Drawings by Walter Rivers
Unusual Plant Fare
By Denis Illige, Ranger-Naturalist
A trip afield on a day off from the normal duties of a ranger-naturalist is often full of surprises. While on a trip to Copeland Creek with Ranger-Naturalist D. S. Farner and Ranger Glenn Brady, "to see what we could see", a brief stop was made in a wet meadow above the headwaters of Copeland Creek. The purpose of this particular stop being to investigate the frog population, each of us went a different direction, cautiously moving along, carefully investigating the marshy areas for frogs. While so occupied, a small moth was seen entangled in the swamp grass, struggling vigorously. This being an unnatural place for a moth, closer scrutiny disclosed that it was trapped by that plant nemesis of inset life, a carnivorous plant, this one known as Sundew.
Plant life in general is characterized by a relatively mild attitude toward most animal life, particularly in respect to capturing and devouring animals. However, there are a few exceptions, Sundew or Drosera being one found in Oregon. The moth that led to the discovery of Sundew in Crater Lake National Park was entangled by the sticky "fingers" of a Sundew. These "fingers" are small hair-like projections from the leaf-blade of this plant. From the ends of these hairs is exuded a clear, neutral, sticky fluid. When a luckless insect brushes against the sticky hairs, he is indeed fortunate if he is large, or strong, enough not to be caught. Usually in the struggles of a hapless insect, he only succeeds in making matters worse for himself by agitated struggling, more contacts being made at each spasm of movement.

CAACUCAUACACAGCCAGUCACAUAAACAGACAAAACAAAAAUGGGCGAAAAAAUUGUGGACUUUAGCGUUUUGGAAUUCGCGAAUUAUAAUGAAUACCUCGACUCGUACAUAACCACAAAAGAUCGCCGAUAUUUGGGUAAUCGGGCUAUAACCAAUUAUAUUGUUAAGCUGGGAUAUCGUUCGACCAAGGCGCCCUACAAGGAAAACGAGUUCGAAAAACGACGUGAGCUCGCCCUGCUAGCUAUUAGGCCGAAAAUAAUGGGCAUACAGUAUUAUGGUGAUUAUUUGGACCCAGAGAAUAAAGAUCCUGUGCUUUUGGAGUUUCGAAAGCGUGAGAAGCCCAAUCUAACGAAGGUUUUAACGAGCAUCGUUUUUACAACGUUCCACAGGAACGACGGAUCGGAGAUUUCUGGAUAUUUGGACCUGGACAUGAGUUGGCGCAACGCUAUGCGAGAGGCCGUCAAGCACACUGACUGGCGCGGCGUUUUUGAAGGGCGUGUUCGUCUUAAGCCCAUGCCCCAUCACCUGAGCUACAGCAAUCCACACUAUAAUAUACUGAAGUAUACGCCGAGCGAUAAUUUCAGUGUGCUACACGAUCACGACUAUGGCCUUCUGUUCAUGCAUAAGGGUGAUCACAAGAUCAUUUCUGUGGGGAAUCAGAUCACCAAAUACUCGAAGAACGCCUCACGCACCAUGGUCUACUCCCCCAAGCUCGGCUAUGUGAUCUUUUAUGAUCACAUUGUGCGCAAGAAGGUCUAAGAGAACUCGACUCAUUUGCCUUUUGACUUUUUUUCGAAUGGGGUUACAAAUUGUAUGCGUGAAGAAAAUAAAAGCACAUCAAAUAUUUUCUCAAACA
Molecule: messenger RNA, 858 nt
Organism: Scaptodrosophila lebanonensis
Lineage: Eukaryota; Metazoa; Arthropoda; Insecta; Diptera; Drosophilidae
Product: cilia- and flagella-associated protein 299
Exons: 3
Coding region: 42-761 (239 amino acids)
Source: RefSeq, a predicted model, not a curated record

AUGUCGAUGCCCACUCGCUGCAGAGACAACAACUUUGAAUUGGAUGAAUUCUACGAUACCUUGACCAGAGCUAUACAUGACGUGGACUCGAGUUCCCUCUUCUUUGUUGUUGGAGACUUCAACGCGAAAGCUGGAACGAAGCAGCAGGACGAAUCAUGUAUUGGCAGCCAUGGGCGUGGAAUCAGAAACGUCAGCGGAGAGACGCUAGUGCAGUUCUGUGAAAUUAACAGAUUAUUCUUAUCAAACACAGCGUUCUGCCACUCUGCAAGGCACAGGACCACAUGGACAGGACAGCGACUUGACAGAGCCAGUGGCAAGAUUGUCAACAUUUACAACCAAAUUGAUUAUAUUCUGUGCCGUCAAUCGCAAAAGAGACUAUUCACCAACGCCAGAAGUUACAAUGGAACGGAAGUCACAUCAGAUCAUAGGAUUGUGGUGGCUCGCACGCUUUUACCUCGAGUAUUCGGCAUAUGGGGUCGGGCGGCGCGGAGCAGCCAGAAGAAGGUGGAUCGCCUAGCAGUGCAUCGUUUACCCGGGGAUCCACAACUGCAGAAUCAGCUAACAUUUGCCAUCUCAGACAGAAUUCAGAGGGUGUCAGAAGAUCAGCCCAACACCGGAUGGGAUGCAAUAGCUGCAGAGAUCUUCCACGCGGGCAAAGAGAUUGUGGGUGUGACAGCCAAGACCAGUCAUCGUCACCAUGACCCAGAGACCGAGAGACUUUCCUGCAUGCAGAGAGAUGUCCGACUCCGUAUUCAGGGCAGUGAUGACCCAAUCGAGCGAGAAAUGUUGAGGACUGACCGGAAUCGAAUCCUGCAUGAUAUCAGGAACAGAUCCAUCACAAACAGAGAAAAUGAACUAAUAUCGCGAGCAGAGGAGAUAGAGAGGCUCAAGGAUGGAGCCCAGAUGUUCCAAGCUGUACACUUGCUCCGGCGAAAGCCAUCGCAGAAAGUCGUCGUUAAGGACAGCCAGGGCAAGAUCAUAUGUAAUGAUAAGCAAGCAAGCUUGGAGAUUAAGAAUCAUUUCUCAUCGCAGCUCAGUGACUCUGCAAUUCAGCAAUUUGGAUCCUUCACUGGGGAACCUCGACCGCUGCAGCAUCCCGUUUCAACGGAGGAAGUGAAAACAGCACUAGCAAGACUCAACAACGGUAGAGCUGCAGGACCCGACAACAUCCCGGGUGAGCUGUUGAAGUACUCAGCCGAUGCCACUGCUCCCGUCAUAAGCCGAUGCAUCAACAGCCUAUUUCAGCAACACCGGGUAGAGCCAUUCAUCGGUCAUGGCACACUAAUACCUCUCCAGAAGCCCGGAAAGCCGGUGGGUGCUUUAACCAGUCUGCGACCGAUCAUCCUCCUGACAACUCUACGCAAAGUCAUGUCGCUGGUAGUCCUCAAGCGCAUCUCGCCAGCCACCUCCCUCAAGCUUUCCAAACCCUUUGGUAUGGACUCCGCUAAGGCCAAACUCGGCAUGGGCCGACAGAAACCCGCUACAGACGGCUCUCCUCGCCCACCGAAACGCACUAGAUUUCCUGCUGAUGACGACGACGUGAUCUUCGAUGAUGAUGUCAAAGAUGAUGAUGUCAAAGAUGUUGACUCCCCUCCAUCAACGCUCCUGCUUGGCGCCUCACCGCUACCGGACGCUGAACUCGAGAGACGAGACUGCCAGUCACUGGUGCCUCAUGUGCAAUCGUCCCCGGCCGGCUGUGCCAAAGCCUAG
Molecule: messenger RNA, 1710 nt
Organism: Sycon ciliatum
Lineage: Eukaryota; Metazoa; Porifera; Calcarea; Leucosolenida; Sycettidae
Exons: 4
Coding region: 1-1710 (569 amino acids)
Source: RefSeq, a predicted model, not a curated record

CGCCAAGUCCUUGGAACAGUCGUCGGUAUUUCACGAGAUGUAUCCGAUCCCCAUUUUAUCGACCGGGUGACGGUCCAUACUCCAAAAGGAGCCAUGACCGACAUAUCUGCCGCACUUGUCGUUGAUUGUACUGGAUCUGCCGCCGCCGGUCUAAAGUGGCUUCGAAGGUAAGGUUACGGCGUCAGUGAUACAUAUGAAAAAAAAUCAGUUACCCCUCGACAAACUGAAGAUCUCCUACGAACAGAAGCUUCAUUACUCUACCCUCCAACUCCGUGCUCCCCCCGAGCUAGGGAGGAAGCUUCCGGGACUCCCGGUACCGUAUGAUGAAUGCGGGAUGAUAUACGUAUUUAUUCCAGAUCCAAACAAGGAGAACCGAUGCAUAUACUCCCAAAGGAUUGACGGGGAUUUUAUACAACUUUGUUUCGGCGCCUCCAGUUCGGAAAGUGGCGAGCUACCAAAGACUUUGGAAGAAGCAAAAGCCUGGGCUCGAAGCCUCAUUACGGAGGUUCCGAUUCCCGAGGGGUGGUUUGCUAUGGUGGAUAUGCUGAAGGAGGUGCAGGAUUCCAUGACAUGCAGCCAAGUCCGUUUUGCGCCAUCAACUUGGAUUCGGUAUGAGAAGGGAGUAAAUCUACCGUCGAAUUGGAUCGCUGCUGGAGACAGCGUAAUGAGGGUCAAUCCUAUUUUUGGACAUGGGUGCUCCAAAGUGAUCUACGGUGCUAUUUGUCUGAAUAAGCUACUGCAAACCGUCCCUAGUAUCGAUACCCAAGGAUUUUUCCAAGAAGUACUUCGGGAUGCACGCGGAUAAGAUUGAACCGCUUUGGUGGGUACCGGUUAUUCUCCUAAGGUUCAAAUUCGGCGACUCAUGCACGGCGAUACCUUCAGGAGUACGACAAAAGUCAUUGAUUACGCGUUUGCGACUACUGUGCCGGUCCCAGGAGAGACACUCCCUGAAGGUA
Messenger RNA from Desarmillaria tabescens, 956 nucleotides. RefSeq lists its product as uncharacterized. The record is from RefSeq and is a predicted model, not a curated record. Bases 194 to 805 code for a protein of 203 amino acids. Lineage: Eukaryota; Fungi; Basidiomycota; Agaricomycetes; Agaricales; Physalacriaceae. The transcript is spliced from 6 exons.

When the insect is solidly within the grasp of the Sundew, the leaf folds in toward its center, the sticky fluid becoming more acid, changing to a proteinaceous ferment capable of digesting the insect tissues. The digested tissues are then absorbed by the Sundew for some of its nutritional needs.
This is the first authentic record of Sundew in Crater Lake National Park. It had been reported by F. Lyle Wynd, but the specimens were note located nor the locality of the collection recorded.
E. I. Applegate, in all of his extensive collecting, did not discover it either. The area from which the present collection was made was from a patch of about 200 square feet in size, on a boggy side hill with a western exposure. The area is exposed to brilliant sunlight for most of the day. The elevation was determined from a map as about 5600 feet above sea level.
The origins of both the common name, Sundew, and the scientific name, Drosera rotundifolia, are of interest because of their aptness. The plant habitually grows in open, well-lighted places, and the clear, sticky fluid exuded at the end of the leaf hairs sparkles in the bright sunlight as do drops of dew on other plants. The scientific name Drosera is of Greek origin, meaning dewy, while rotundifolia refers to the rounded shape of the leaves.
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